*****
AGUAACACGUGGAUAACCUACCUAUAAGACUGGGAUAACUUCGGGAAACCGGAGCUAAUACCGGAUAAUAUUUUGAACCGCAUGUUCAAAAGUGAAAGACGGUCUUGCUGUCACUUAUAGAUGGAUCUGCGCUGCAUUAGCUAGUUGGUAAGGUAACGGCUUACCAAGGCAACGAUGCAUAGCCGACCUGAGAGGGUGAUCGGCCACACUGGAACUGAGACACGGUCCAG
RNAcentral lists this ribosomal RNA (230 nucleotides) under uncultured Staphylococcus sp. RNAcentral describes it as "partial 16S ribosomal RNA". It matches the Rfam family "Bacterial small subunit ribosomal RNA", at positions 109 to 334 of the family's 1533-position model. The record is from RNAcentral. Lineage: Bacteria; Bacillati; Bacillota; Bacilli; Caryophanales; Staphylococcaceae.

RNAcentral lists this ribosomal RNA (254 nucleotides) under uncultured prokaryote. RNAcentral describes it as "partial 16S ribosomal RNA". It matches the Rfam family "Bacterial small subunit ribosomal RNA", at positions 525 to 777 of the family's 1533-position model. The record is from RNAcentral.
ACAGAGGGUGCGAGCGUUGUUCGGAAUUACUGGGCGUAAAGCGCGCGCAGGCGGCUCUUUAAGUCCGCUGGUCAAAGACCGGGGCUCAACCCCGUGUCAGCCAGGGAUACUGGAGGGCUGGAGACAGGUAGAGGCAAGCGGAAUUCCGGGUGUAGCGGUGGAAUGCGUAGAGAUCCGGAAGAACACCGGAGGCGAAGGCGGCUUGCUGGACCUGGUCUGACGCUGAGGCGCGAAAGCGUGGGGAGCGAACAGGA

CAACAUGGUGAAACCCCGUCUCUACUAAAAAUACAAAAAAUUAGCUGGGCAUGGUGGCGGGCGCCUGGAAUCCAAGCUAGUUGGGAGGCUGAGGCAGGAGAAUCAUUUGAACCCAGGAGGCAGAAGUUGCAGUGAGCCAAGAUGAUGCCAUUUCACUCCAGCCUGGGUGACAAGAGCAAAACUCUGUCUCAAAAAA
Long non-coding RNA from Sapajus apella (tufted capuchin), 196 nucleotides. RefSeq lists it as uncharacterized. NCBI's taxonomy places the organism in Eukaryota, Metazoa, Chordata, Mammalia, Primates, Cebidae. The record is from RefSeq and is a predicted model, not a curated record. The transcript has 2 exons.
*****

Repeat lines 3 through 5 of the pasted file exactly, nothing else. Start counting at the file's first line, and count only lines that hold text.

RNAcentral lists this ribosomal RNA (254 nucleotides) under uncultured prokaryote. RNAcentral describes it as "partial 16S ribosomal RNA". It matches the Rfam family "Bacterial small subunit ribosomal RNA", at positions 525 to 777 of the family's 1533-position model. The record is from RNAcentral.
ACAGAGGGUGCGAGCGUUGUUCGGAAUUACUGGGCGUAAAGCGCGCGCAGGCGGCUCUUUAAGUCCGCUGGUCAAAGACCGGGGCUCAACCCCGUGUCAGCCAGGGAUACUGGAGGGCUGGAGACAGGUAGAGGCAAGCGGAAUUCCGGGUGUAGCGGUGGAAUGCGUAGAGAUCCGGAAGAACACCGGAGGCGAAGGCGGCUUGCUGGACCUGGUCUGACGCUGAGGCGCGAAAGCGUGGGGAGCGAACAGGA

CAACAUGGUGAAACCCCGUCUCUACUAAAAAUACAAAAAAUUAGCUGGGCAUGGUGGCGGGCGCCUGGAAUCCAAGCUAGUUGGGAGGCUGAGGCAGGAGAAUCAUUUGAACCCAGGAGGCAGAAGUUGCAGUGAGCCAAGAUGAUGCCAUUUCACUCCAGCCUGGGUGACAAGAGCAAAACUCUGUCUCAAAAAA